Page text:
United States District Court, D. South Carolina, Columbia Division
Twanda Marshinda Brown; Sasha Monique Darby; Cayeshia Cashel Johnson; Amy Marie Palacios; Nora Ann C; and Xavier Larry Goodwin and Raymond Wright, Jr., on behalf of themselves and all others similarly situated, Plaintiffs,
Lexington County, South Carolina; Gary Reinhart, in his individual capacity; Rebecca Adams, in her official and individual capacities as the Chief Judge for Administrative Purposes of the Summary Courts in Lexington County and in her official capacity as the Judge of the Irmo Magistrate Court; Albert John Dooley, III, in his official capacity as the Associate Chief Judge for Administrative Purposes of the Summary Courts in Lexington County; Bryan Koon, in his official capacity as the Lexington County Sheriff; and Robert Madsen, in his official capacity as the Circuit Public Defender for the Eleventh Judicial Circuit of South Carolina, Defendants.
REPORT AND RECOMMENDATION
V. Hodges United States Magistrate Judge
have been convicted of magistrate-level offenses in
Lexington, South Carolina, and received assessments of fines
and fees. Plaintiffs' cases include convictions for
misdemeanor offenses such as simple possession of marijuana,
assault and battery in the third degree, and traffic-level
offenses such as driving on a suspended license and uninsured
status. Plaintiffs are represented by the American Civil
Liberties Union (“ACLU”) and name as defendants
Lexington County, the current and former judges for
administrative purposes of the Lexington County summary
courts, the county sheriff, and the county public defender
(collectively “Defendants”). Plaintiffs request
damages and declaratory and injunctive relief against
Defendants for alleged constitutional violations, including
lack of due process, denial of equal protection of the law,
failure to provide assistance of counsel, and unreasonable
seizure. Plaintiffs also seek certification pursuant to
Fed.R.Civ.P. 23(a) and (b)(2) of a proposed class of
“all indigent people who currently owe, or in the
future will owe, fines, fees, court costs, assessments, or
restitution in cases handled by Lexington County magistrate
matter comes before the court on the following motions: (1)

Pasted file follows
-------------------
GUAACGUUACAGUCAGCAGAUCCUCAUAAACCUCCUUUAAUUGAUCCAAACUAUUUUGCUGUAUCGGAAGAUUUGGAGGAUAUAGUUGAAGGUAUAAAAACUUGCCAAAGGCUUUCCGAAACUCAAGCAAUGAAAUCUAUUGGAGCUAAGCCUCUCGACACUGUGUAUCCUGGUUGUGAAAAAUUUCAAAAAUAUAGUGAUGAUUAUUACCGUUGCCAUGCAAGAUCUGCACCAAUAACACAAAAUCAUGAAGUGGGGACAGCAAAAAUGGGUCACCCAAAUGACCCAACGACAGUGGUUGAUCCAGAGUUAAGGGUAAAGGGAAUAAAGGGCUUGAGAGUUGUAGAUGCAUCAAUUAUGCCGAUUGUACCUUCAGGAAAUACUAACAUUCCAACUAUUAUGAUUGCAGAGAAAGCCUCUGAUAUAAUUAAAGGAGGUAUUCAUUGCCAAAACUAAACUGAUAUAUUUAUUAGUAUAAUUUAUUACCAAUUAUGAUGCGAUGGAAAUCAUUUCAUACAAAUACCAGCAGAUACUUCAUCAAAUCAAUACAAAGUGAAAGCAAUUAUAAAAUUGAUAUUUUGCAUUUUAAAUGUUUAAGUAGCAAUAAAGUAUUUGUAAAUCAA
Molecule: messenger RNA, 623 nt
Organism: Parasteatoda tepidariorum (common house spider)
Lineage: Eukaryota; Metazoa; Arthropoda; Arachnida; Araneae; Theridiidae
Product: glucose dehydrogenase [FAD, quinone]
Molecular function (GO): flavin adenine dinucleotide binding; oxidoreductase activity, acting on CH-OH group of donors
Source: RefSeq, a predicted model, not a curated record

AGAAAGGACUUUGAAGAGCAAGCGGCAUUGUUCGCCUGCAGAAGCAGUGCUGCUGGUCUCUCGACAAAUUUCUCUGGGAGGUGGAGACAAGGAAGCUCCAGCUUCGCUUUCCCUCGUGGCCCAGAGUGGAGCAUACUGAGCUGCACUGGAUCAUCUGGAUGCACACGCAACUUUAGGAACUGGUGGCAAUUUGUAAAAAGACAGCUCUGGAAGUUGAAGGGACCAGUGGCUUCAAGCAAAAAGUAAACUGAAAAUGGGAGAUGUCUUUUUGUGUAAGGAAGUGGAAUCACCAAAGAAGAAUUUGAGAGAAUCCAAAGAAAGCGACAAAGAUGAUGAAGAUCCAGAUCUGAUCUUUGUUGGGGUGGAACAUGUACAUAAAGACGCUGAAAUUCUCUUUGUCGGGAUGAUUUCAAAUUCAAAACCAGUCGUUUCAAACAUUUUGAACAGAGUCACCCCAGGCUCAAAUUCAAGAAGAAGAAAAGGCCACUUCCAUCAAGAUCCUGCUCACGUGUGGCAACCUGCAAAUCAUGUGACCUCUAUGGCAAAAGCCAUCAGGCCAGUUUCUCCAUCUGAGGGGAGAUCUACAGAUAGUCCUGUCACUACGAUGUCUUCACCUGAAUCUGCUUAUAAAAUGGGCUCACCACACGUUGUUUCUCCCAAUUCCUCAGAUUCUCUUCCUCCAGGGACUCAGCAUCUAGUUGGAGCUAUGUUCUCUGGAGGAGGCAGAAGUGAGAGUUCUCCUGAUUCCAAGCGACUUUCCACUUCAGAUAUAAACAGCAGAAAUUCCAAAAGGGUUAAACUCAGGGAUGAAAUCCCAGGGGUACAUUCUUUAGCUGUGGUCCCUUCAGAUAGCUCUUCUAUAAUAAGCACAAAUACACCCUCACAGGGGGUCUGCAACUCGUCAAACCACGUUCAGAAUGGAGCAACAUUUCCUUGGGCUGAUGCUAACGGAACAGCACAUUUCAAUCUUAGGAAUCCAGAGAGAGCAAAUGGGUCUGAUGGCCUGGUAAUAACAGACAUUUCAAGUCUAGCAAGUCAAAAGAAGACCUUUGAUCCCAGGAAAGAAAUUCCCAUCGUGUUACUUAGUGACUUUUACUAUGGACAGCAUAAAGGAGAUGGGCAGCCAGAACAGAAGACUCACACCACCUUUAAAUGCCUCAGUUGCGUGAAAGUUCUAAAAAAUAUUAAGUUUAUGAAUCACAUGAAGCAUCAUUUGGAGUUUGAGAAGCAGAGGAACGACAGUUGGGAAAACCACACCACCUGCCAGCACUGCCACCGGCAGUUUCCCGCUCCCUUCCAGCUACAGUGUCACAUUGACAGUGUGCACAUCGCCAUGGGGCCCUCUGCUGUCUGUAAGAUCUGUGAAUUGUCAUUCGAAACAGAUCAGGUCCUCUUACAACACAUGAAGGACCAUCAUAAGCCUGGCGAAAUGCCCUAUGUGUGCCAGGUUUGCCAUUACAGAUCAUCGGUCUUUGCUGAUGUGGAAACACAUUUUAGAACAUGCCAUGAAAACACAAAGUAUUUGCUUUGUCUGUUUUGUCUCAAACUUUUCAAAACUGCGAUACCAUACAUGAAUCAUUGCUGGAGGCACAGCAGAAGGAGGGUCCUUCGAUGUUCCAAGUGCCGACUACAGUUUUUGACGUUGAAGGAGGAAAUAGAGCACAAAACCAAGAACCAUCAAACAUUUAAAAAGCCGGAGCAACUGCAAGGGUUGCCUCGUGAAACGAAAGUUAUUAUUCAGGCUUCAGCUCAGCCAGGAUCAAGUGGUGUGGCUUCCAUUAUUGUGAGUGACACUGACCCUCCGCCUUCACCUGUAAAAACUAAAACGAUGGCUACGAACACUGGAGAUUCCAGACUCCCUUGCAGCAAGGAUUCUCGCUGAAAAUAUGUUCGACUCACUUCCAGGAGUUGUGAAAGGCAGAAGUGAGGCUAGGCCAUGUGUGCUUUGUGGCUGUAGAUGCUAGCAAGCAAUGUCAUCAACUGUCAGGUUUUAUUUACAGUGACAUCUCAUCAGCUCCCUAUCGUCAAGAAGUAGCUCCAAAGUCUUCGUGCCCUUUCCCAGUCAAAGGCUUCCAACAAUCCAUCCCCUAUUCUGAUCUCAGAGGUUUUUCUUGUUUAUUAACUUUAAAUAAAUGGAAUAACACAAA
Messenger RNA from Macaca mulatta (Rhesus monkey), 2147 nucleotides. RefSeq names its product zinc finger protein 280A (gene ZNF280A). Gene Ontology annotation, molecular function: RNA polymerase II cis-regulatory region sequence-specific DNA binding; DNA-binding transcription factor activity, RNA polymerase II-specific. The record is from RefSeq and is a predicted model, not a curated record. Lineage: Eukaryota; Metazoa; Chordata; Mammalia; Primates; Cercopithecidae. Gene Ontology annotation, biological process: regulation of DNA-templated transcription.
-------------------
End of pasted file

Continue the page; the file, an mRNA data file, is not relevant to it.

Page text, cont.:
Plaintiff's motion to certify class [ECF No. 21]; (2)
Defendants' motion for summary judgment on
Plaintiff's claims for declaratory and injunctive relief
[ECF No. 29]; and (3) Defendants' motion for summary
judgment on damages claims [ECF No. 50]. These matters having
been fully briefed [ECF Nos. 30, 35, 36, 39, 66, 70], they
are ripe for disposition.
pretrial proceedings in this case were referred to the
undersigned pursuant to the provisions of 28 U.S.C. §
636(b)(1)(B) and Local Civ. Rule 73.02(B)(2)(f) (D.S.C.).
Because the motion for summary judgment is dispositive, this
report and recommendation is entered for the district
judge's consideration. For the following reasons, the
undersigned recommends Plaintiff's motion to certify
class be denied, Defendants' motion for summary judgment
as to injunctive and declaratory relief be granted, and
Defendants' motions for summary judgment for damages be
granted in part and denied in part.
second amended complaint is the now operative complaint
(“Complaint”). [ECF No. 48], which consists of
122 pages with 535 paragraphs of factual allegations and
asserts eight counts.
County is a municipal governmental entity whose policies,
practices, and customs Plaintiffs allege deprived them of
their constitutional rights. [Compl. ¶ 26].
Reinhart, Rebecca Adams, and Albert John Dooley III
(collectively “Judicial Defendants”) are South
Carolina magistrates for Lexington County summary courts.
Reinhart served as Chief Judge for Administrative Purposes of
the Summary Courts in Lexington County until June 27, 2017.
Id. at ¶¶ 27-30. Adams succeeded Reinhart
as Chief Judge and was formerly the Associate Chief Judge.
Dooley was appointed as Associate Chief Judge upon
Adams's promotion to Chief Judge. Id.
Koon is the elected Lexington County Sheriff, chief law
enforcement officer for the Lexington County Sheriff's
Department (“LCSD”), and the chief administrator
for the Lexington County Detention Center
(“LCDC”). Id. at ¶ 30.
Madsen is the Public Defender for the Eleventh Judicial
Circuit of South Carolina that includes Lexington County.
Id. at ¶ 32.
Twanda Marshinda Brown
March 15, 2016, Twanda Marshinda Brown (“Brown”)
was ticketed by an LCSD officer for driving on a suspended
license (DUS, 2nd offense) and for driving with no tag light.
Id. at ¶ 141. On April 12, 2016, Brown appeared
before Judge Adams in the Irmo Magistrate Court and pled
guilty to both charges, id at ¶¶ 141, 142,
144, and was assessed $237.50 for the tag light conviction
and $2, 100 for the DUS, 2nd conviction. Id. at
¶ 145. Brown alleges she told Judge Adams she had no
money to pay that day and that Judge Adams established a